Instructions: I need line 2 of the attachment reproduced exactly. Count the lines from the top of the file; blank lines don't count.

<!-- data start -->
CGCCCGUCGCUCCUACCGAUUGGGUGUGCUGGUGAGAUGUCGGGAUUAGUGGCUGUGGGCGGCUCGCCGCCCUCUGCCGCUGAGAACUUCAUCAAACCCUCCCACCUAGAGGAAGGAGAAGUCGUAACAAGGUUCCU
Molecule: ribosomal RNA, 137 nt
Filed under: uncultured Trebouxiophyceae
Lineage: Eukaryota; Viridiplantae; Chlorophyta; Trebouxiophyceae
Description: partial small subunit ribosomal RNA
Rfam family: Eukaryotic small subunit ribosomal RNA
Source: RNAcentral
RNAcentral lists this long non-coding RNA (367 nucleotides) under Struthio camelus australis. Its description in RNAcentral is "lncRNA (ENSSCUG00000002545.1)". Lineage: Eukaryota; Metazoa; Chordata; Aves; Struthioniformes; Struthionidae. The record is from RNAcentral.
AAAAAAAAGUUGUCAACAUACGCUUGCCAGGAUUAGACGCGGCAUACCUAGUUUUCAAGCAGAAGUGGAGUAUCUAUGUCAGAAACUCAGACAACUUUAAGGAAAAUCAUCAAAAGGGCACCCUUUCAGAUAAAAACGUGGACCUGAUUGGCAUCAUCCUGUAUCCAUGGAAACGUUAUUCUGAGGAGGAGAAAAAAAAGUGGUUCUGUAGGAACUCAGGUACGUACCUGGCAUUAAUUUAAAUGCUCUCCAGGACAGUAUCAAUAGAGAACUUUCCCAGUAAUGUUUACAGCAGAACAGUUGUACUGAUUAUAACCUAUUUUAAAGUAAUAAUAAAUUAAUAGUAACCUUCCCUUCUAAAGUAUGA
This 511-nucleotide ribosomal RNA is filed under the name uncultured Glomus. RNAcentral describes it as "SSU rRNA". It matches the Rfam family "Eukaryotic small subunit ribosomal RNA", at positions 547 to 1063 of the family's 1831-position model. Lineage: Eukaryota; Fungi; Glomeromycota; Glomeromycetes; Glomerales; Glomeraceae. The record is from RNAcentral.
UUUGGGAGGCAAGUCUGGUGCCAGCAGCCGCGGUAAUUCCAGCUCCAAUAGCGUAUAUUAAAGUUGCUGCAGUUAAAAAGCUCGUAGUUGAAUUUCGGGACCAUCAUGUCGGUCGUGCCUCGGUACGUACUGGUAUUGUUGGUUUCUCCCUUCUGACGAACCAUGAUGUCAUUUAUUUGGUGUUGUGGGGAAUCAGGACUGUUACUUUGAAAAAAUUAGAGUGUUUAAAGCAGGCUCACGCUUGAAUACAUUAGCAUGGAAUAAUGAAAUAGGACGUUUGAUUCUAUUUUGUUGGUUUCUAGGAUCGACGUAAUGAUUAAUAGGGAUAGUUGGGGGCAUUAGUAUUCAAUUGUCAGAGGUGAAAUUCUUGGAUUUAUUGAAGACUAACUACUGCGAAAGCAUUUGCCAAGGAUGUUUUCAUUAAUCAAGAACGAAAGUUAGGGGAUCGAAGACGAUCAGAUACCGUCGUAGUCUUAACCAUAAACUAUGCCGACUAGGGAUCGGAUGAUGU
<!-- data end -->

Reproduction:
Molecule: ribosomal RNA, 137 nt